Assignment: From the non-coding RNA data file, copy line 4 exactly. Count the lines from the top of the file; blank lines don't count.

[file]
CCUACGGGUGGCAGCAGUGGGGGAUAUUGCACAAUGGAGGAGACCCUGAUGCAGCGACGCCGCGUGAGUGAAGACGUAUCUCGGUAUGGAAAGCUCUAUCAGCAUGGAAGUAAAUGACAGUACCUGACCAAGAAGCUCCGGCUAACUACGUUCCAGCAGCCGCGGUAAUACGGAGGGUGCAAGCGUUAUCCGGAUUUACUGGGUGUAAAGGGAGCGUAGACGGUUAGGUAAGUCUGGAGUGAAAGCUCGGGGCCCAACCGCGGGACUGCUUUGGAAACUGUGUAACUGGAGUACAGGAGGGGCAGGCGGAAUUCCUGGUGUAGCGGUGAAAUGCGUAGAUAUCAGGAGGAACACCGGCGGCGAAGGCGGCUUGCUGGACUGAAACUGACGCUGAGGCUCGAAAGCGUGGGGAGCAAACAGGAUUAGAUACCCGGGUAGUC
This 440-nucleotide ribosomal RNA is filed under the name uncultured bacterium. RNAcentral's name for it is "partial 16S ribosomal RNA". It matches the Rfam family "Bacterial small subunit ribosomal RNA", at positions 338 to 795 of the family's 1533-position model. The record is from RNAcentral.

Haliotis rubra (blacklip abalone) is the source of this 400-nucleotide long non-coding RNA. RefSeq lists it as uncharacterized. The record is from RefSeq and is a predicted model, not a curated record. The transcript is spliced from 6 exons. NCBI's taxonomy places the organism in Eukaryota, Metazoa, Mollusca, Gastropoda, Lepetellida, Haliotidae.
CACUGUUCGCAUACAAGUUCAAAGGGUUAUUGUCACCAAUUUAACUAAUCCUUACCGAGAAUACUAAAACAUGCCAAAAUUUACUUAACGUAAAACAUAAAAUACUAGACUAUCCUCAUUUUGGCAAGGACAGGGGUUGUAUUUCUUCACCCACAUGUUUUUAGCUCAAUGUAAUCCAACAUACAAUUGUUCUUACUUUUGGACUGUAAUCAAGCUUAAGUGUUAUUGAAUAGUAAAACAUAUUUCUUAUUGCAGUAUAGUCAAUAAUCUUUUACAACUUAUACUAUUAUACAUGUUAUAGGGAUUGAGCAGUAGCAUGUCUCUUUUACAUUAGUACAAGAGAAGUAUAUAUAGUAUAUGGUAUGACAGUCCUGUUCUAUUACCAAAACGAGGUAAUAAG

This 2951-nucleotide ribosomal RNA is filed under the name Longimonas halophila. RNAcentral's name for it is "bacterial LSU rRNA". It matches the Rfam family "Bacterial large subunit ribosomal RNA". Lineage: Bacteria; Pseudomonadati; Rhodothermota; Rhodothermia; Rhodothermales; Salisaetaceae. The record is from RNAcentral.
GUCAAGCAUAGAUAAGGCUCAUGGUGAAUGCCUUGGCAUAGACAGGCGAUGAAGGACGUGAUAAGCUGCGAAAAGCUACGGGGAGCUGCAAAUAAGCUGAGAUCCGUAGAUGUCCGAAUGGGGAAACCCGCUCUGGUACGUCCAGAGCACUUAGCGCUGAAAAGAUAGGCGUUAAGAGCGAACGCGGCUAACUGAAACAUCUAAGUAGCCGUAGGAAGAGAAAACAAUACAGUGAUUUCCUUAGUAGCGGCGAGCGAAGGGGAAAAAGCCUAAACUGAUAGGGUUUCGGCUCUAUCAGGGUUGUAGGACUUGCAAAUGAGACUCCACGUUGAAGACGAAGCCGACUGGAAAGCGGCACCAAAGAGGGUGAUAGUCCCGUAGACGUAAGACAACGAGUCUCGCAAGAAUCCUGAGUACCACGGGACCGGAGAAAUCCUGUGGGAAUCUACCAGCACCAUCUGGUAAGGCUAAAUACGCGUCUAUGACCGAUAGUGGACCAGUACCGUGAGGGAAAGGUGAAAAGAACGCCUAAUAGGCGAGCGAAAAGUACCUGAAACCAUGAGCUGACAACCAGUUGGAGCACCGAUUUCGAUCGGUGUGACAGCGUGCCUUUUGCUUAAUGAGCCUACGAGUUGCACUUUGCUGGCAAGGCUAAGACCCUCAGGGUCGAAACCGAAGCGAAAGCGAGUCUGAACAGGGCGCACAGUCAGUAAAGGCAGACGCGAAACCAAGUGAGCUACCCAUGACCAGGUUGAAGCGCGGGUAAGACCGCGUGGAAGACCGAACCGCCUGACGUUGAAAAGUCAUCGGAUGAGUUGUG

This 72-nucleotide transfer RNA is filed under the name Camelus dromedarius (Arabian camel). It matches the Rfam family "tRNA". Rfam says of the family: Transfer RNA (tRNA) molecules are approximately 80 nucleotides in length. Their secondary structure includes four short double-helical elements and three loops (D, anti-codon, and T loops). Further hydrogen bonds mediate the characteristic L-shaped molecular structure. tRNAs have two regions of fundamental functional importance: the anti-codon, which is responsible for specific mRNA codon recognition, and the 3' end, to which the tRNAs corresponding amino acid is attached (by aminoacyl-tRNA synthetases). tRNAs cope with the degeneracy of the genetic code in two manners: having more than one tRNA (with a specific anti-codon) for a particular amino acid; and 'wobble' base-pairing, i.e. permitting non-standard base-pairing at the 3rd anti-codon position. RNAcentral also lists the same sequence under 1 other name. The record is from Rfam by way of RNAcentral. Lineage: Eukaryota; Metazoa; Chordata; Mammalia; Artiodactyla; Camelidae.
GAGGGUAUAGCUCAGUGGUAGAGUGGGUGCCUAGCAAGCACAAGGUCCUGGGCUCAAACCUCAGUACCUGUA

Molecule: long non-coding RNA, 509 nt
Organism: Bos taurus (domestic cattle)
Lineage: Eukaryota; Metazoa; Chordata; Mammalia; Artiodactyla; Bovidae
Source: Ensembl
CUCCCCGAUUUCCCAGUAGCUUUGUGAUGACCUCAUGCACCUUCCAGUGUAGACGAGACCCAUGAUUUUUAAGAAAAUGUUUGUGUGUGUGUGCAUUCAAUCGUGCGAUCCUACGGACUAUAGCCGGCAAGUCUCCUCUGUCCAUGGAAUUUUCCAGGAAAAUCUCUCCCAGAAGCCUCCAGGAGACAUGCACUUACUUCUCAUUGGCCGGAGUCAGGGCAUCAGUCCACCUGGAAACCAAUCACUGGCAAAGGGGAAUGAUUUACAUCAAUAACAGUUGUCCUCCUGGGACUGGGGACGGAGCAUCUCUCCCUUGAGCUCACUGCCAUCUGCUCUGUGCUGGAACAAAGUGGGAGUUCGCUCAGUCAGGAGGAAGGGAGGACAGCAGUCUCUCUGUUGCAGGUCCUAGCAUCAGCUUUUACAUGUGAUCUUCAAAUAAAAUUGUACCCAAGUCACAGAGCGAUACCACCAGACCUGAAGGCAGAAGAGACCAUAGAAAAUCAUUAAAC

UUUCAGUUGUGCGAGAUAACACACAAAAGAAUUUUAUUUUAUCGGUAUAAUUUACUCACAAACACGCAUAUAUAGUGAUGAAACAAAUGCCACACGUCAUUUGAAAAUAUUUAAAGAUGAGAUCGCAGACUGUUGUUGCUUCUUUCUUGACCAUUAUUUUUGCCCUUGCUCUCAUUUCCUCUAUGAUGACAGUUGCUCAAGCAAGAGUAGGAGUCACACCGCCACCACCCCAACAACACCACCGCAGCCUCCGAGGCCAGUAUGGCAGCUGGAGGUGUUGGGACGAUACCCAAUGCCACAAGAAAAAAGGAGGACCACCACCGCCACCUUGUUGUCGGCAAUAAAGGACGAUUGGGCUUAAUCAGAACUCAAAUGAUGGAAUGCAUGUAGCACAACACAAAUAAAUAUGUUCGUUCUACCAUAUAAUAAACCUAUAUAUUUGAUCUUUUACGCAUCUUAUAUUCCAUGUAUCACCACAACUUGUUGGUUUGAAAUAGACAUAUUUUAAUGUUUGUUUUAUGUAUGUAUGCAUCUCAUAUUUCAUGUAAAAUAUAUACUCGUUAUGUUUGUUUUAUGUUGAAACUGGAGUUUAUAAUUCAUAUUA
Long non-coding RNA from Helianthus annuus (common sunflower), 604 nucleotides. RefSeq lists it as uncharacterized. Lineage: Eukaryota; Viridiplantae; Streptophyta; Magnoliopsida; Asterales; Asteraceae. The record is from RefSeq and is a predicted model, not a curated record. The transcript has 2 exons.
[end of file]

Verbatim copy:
CACUGUUCGCAUACAAGUUCAAAGGGUUAUUGUCACCAAUUUAACUAAUCCUUACCGAGAAUACUAAAACAUGCCAAAAUUUACUUAACGUAAAACAUAAAAUACUAGACUAUCCUCAUUUUGGCAAGGACAGGGGUUGUAUUUCUUCACCCACAUGUUUUUAGCUCAAUGUAAUCCAACAUACAAUUGUUCUUACUUUUGGACUGUAAUCAAGCUUAAGUGUUAUUGAAUAGUAAAACAUAUUUCUUAUUGCAGUAUAGUCAAUAAUCUUUUACAACUUAUACUAUUAUACAUGUUAUAGGGAUUGAGCAGUAGCAUGUCUCUUUUACAUUAGUACAAGAGAAGUAUAUAUAGUAUAUGGUAUGACAGUCCUGUUCUAUUACCAAAACGAGGUAAUAAG